Having mentioned Zoe, it’s a good a time as any for this:

I, Amy, of Diana & Me, sign up as a particpant of Self Stitched September’11.  I endeavour to wear at least one item of self-stitched or refashioned clothing each day for the duration of September 2011.

This is the same thing I pledged for Me Made June’11… but I’m treating that as a practice run (having skipped a few days, and worn Pendrell tops more or less continously for the month).  With a few more projects completed since then, and lots more under construction, I’m looking forward to September as a much more sartorially interesting month.  Anybody else joining in?

PS – though Pendrell tops will not be taking up such a high proportion of SSS’11, I love the way Debi’s wearing hers here.  And her skirt pattern is up for a giveaway, finishing at midnight tonight!

Simplicity 2406 Take 2

I’d popped into a fabric shop to buy some navy voile-type stuff and lining for a potential project, and on the way out I saw a bundle of this fabric in the bargain bin… Not something I’d usually be drawn to, but I couldn’t quite walk off and leave it.  Queuing up at the till for the second time, the bloke said “Looks like you’ll be busy” – but for a while, I’ve had no idea what to do with it.  (And I haven’t started the navy project either.  Bad Amy).  The fabric’s actually quite gorgeous – heavy polyester, but with a lovely satiny finish, and silvery threads worked through the flowers so it shimmers.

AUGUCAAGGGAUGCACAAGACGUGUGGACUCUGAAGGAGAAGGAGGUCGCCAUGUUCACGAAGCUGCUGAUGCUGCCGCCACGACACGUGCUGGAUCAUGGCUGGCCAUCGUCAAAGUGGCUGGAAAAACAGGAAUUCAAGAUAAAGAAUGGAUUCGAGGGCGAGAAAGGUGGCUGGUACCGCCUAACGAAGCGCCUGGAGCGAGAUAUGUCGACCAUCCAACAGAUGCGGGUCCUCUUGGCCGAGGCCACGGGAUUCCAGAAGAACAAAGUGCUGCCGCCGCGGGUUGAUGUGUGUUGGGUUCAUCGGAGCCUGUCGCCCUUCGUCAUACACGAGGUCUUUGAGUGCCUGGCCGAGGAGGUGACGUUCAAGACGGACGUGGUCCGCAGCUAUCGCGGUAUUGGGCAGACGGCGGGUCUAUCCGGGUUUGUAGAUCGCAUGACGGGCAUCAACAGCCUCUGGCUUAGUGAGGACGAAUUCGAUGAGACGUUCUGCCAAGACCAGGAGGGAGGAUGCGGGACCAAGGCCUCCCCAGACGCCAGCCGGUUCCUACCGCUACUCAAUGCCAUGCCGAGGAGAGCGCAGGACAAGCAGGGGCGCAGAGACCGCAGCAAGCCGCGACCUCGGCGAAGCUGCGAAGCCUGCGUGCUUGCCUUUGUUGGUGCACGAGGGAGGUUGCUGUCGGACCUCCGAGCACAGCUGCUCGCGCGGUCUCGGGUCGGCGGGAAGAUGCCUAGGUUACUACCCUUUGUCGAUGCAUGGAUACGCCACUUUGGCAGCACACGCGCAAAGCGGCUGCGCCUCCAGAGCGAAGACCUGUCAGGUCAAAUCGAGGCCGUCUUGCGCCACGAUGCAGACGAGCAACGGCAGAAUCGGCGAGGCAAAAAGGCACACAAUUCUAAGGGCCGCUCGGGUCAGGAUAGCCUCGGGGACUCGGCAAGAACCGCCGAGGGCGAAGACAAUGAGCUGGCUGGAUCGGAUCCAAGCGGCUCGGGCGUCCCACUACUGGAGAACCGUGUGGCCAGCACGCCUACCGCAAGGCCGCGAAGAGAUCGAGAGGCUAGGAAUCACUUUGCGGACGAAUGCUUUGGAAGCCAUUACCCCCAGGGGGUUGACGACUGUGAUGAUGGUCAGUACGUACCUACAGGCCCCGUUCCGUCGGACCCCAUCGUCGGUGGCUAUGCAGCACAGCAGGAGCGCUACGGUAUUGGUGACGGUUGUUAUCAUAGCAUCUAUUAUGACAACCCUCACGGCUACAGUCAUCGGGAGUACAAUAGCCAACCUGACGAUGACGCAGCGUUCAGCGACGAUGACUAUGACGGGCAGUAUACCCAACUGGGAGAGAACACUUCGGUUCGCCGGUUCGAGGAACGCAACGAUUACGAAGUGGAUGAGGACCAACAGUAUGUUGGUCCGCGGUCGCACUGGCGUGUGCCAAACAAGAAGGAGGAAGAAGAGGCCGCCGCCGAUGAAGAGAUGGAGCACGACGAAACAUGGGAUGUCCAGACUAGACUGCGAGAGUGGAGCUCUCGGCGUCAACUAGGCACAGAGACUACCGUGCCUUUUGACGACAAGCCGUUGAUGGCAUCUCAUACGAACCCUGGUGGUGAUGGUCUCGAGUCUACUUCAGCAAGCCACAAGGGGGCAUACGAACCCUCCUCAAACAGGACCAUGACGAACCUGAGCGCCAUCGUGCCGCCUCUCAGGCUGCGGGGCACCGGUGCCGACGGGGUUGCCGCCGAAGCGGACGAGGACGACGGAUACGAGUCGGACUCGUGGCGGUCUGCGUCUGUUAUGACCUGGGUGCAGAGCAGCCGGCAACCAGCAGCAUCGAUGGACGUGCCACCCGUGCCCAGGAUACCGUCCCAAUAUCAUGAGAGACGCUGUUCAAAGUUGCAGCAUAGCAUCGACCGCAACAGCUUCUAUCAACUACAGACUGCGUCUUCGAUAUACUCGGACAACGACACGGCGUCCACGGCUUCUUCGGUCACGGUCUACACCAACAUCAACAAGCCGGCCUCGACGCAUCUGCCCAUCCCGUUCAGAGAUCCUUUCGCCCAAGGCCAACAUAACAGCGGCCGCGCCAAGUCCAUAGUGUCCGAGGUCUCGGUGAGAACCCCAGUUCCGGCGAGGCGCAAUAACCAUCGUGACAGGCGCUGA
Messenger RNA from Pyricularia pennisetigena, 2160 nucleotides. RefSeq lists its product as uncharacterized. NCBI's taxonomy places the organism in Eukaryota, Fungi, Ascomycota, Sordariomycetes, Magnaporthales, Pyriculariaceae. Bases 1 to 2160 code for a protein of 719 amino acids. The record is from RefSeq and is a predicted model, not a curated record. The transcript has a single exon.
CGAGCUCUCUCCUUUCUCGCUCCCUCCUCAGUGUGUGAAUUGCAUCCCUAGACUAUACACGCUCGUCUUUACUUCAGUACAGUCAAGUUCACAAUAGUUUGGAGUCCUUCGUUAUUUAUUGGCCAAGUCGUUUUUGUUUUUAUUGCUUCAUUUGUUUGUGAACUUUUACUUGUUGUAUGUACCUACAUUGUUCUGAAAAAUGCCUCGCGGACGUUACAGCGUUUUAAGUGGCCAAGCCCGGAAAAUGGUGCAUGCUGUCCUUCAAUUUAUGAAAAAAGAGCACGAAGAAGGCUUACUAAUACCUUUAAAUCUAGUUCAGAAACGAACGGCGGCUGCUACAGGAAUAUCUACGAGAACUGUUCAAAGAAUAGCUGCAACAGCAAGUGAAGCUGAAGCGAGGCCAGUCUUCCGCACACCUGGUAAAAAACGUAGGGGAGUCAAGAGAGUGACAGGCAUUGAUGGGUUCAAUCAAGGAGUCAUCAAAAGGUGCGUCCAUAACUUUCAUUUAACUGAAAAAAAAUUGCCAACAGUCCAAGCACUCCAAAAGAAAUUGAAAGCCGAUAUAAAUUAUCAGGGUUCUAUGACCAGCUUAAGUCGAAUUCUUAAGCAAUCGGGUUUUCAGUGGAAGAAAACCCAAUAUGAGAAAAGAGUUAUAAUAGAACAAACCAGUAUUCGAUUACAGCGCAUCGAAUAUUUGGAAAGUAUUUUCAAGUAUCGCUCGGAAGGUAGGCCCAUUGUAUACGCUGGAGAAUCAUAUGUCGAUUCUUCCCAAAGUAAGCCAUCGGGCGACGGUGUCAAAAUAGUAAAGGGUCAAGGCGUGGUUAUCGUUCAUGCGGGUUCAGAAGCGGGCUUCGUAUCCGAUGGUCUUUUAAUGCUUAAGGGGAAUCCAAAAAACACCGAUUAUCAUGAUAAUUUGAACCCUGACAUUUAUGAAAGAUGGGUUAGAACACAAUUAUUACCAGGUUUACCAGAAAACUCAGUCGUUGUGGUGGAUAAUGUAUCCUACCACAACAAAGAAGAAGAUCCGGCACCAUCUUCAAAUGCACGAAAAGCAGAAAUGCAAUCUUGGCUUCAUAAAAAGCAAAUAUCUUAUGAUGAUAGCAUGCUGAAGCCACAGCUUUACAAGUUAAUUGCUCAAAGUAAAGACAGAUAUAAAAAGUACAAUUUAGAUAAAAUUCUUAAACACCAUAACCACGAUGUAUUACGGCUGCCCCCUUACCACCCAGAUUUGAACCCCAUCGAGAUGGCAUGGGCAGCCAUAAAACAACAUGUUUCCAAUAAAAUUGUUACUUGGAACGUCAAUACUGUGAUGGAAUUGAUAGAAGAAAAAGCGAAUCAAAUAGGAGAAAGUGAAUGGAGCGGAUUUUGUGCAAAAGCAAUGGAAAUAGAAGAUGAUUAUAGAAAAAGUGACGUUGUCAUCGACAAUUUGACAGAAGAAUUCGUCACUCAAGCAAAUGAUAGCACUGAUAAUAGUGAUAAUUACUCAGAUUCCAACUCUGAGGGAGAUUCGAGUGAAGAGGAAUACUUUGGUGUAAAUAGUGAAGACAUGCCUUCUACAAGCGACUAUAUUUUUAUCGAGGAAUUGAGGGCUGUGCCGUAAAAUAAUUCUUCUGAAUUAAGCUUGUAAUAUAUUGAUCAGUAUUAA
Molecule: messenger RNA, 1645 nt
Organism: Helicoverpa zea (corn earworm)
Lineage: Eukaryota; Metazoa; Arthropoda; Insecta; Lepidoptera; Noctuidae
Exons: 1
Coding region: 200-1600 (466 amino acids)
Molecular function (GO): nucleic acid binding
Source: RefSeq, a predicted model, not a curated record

Cue Simplicity 2406: after the success of my fairground dress, I fancied trying it again with a few tweaks (slightly lower neckline, slightly higher hemline, different sleeve option).  Round 2 has taught me this:

  • The instructions are a nightmare.  I assumed I just hadn’t read them properly the first time round, so I studied them METICULOUSLY.  After ripping out the pocket seams for the 3rd time, I finally gave up and found a good tutorial here instead.
  • I really don’t like using black thread.  It just looks messy, especially if there’s any zigzag stitch involved, and if you go wrong it looks like squished up spiders.  Nice.
  • The different sleeve options are great!  Two down, one to go…

I finished the hem at about 7pm last night, before wearing it out to dinner at 7.30.  Hooray!


PS – do you like the shoes?

Cynthia Rowley Dress Simplicity 2406

(Hmm, slightly over-modelled pose, but it was better than all the other shots, believe me.)

I can’t remember whether I saw the fabric or the pattern for this dress first, but they’re both so fun it seemed obvious to match them up.  I love the unusual sleeve design.  The instructions didn’t make much sense, but it was fairly easy to figure them out as I went along (on the first sleeve anyway – got overconfident on the other one and mucked it up).  The fabric looks vaguely floral from a distance, but up close it’s actually a little fairground design:

It’s 100% cotton and creases like crazy, but I think it’s definitely worth getting the iron out for.

Finally, here’s the dress on Diana, but sadly you need arms to really work this style.  And a belt.